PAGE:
Hydrofluorocarbons (HFCs) are a family of industrially produced chemicals widely used in refrigeration and air conditioning, foam blowing, and other applications. They were developed to replace ozone-depleting substances (primarily chlorofluorcarbons and hydrochlorofluorocarbons – CFCs and HCFCs) a few decades ago. While HFCs now contribute around 1 percent of total global warming emissions, their use is expected to grow dramatically over time. HFC-134a, the most widely used of these compounds, has an atmospheric lifetime of 13 years and a global warming potential of 1300.
Because ozone-depleting substances (CFCs and HCFCs) are also potent greenhouse gases, their phase-out under the Montreal Protocol has contributed significantly to climate mitigation efforts to date. The treaty’s net contribution to climate mitigation (taking into account the growth of HFCs as replacements) is estimated to be five to six times larger than the Kyoto Protocol’s first commitment period targets. Read More here
Nitrous Oxide makes up an extremely small amount of the atmosphere – it is less than one-thousandth as abundant as carbon dioxide. However, it is 200 to 300 times more effective in trapping heat than carbon dioxide. Nitrogen is removed from the atmosphere by plants and converted into forms such as ammonia, which can then be used by the plants. This is called nitrogen fixation. At the same time, micro-organisms remove nitrogen from the soil and put it back into the atmosphere – denitrification – and this process produces nitrous oxide. Nitrous oxide also enters the atmosphere from the ocean. Nitrous oxide has one of the longest atmosphere lifetimes of the greenhouse gases, lasting for up to 150 years. Burning fossil fuels and wood is one source of the increase in atmospheric nitrous oxide, however the main contributor is believed to be the widespread use of nitrogen-base fertilisers. Sewage treatment plants may also be a major source of this gas. Since the Industrial Revolution, the level of nitrous oxide in the atmosphere has increased by 16%. Due to the long time it spends in the atmosphere, the nitrous oxide that we release today will still be trapping heat well into the next century. Source: BBC Weather Centre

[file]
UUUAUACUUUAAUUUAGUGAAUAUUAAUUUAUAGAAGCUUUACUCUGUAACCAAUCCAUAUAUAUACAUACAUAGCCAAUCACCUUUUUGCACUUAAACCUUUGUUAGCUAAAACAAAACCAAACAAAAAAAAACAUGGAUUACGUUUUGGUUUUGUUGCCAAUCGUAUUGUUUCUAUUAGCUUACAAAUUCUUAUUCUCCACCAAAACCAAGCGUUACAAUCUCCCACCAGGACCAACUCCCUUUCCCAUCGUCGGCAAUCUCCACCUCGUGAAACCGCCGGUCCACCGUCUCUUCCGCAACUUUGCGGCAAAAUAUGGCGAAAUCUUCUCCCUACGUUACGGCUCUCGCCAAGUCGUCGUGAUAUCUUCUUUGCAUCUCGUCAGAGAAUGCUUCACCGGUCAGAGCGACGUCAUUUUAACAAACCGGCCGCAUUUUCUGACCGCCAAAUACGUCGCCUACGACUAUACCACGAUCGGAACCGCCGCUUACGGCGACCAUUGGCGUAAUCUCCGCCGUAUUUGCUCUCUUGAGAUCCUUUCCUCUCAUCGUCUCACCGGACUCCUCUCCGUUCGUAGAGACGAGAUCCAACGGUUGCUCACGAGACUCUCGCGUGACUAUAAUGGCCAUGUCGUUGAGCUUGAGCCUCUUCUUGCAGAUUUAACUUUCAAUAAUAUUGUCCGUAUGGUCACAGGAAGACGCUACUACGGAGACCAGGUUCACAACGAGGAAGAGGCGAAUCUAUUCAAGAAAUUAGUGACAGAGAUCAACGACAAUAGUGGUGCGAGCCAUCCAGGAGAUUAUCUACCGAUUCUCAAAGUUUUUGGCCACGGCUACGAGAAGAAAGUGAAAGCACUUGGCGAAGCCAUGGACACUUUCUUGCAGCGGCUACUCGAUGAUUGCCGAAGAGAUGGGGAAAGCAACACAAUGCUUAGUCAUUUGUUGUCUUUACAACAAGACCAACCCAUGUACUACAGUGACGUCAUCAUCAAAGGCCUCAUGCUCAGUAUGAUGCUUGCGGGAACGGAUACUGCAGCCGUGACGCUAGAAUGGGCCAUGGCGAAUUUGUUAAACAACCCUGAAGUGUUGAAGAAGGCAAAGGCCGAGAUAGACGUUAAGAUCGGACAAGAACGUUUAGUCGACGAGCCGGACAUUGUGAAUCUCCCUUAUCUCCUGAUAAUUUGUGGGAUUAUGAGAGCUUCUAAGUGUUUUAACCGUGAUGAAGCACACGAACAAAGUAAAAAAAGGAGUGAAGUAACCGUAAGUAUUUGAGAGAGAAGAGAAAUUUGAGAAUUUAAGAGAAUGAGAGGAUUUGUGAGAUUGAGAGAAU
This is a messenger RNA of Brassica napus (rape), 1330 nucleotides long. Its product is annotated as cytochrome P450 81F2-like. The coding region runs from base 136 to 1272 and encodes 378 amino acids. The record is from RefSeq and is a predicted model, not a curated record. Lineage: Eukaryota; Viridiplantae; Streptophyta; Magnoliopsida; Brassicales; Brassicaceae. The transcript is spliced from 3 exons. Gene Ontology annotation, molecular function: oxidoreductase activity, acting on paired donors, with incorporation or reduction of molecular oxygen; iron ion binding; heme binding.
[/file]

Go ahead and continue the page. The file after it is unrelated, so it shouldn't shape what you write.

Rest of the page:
The following table (from Climate Change Connections) shows the 100-year global warming potential for greenhouse gases reported by the United Nations Framework Convention on Climate Change (UNFCCC). Click here to download an expanded PDF table: GHG Lifetimes and GWPs (144 kB)
How to read this table: The column on the right shows how much that chemical would warm the earth over a 100 year period as compared to carbon dioxide. For example, sulphur hexafluoride is used to fill tennis balls. The table shows that a release on1 kg of this gas is equivalent to 22,800 kg or 22.8 tonnes of CO2. Therefore, releasing ONE KILOGRAM of sulphur hexafluoride is about equivalent to driving 5 cars for a year! (2)
|Greenhouse Gas||Formula||100-year GWP (AR4)|
The table above show the lifetimes and direct (except for CH4) 100-year global warming potentials (GWP) relative to CO2 for ozone-depleting substances and their replacements. This table is from the Intergovernmental Panel on Climate Change (IPCC), Fourth Assessment Report (AR4), Working Group 1, Chapter 2, Changes in Atmospheric Constituents and in Radiative Forcing, Table 2.14, page 212.